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Retrospectoive Study the risk factors and prevalence of colic in horses after orthopaedic surgery
  1. J. M. Senior, BVSc, CertVA, MRCVS1,
  2. G. L. Pinchbeck, BVSc, CertES(Orth), PhD, MRCVS2,
  3. A. H. A. Dugdale, MSc, BVetMed, DVA, DipECVA, MRCVS1 and
  4. P. D. Clegg, MA, VetMB, DipECVS, CertEO, MRCVS2
  1. 1 University Department of Anaesthesia, Duncan Building, Daulby Street, Liverpool L69 3GA
  2. 2 Division of Equine Studies, Faculty of Veterinary Science, Leahurst, Neston CH647TE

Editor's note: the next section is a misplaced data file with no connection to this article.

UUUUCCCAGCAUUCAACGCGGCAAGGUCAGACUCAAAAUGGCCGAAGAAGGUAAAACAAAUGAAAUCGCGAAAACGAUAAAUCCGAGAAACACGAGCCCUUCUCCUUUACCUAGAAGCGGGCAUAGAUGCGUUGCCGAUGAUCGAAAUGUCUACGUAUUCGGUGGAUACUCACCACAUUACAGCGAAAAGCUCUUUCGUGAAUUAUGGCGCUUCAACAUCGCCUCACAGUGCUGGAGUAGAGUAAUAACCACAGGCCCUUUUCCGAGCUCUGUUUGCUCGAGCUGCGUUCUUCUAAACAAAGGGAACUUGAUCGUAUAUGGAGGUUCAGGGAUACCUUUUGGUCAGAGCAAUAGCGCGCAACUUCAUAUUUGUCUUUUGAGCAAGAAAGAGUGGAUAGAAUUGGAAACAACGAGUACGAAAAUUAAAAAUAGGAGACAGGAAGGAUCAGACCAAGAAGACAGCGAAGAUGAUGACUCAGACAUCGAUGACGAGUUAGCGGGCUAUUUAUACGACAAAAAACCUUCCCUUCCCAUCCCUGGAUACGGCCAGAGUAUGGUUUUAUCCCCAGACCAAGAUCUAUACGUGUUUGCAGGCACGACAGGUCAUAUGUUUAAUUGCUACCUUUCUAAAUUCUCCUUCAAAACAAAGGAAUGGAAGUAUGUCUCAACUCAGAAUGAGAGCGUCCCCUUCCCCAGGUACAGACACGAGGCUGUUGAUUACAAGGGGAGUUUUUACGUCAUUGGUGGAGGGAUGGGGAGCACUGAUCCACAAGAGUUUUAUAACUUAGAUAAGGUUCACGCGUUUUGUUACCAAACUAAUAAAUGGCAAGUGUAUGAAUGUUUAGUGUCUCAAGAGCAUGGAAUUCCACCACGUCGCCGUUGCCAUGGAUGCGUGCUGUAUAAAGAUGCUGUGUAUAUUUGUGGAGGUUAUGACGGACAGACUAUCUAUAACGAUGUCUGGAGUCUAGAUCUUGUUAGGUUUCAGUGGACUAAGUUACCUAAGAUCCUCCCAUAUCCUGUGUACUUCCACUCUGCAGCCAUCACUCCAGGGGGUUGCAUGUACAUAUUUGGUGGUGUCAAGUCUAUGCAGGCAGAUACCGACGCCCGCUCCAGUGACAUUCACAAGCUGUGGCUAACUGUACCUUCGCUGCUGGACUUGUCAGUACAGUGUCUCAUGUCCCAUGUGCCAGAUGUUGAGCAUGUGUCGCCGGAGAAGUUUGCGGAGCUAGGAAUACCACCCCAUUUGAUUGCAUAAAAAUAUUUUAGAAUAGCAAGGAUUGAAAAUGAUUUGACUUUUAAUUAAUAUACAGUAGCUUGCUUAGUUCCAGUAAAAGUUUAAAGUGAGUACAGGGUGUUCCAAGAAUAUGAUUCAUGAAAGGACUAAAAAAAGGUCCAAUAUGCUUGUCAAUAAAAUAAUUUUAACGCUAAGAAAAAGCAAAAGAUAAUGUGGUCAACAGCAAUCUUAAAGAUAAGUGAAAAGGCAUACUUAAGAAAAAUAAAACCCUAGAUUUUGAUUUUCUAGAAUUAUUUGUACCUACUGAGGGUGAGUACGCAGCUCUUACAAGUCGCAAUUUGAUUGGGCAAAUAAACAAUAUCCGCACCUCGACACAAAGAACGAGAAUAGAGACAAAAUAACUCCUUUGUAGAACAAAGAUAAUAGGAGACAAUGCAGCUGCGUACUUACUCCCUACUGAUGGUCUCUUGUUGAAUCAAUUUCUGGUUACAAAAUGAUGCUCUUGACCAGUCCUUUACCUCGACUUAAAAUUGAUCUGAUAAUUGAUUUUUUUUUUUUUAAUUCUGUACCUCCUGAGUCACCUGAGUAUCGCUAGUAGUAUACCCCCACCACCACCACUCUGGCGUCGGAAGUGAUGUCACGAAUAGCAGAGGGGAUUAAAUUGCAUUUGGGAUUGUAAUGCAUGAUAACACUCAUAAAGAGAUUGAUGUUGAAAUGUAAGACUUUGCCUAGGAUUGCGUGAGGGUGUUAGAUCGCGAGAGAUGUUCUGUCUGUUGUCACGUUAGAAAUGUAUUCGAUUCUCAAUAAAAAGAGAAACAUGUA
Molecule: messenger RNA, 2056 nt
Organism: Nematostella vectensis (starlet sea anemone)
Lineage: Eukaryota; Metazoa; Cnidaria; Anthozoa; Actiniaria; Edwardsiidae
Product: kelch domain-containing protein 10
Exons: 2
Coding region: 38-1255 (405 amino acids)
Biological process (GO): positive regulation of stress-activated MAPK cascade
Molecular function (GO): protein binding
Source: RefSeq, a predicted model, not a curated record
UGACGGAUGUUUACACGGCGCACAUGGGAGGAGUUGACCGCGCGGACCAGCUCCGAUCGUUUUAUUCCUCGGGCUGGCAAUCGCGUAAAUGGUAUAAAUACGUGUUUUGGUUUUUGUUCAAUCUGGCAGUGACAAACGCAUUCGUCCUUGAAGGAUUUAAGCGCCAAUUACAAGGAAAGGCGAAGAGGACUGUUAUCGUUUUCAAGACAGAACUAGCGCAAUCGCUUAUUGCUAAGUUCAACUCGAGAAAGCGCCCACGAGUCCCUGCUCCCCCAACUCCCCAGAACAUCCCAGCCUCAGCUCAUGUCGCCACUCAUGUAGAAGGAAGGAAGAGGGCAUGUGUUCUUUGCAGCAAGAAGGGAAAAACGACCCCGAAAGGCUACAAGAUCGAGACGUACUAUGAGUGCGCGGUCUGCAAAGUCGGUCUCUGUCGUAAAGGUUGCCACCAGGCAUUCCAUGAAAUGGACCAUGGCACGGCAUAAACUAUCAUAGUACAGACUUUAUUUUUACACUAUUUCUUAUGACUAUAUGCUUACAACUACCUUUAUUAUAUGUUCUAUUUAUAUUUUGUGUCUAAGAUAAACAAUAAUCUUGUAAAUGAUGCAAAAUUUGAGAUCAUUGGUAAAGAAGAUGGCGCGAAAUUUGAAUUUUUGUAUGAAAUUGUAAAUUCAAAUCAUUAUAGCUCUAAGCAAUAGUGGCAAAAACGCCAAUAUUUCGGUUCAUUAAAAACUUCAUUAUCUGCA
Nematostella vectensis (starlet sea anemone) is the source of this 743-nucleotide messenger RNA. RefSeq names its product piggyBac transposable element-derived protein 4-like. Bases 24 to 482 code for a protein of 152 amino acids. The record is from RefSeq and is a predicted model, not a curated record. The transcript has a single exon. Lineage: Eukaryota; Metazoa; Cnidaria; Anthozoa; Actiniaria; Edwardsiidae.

Abstract

The records of 496 orthopaedic operations on 428 horses were reviewed to estimate the prevalence of, and identify the risk factors for, the development of colic in horses after surgery. Colic was defined as any recognised sign of abdominal pain that could not be attributed to a concurrent disease. Fourteen of the horses developed colic; eight of them were undiagnosed, three were classified as impactions, one as tympanic colic of the colon, one as incarceration of the small intestine in the epiploic foramen, and one as left dorsal displacement of the colon in the nephrosplenic space. Morphine was associated with a four-fold increased risk of colic compared with the use of no opioid or butorphanol, and out-of-hours surgery was also associated with an increased risk.

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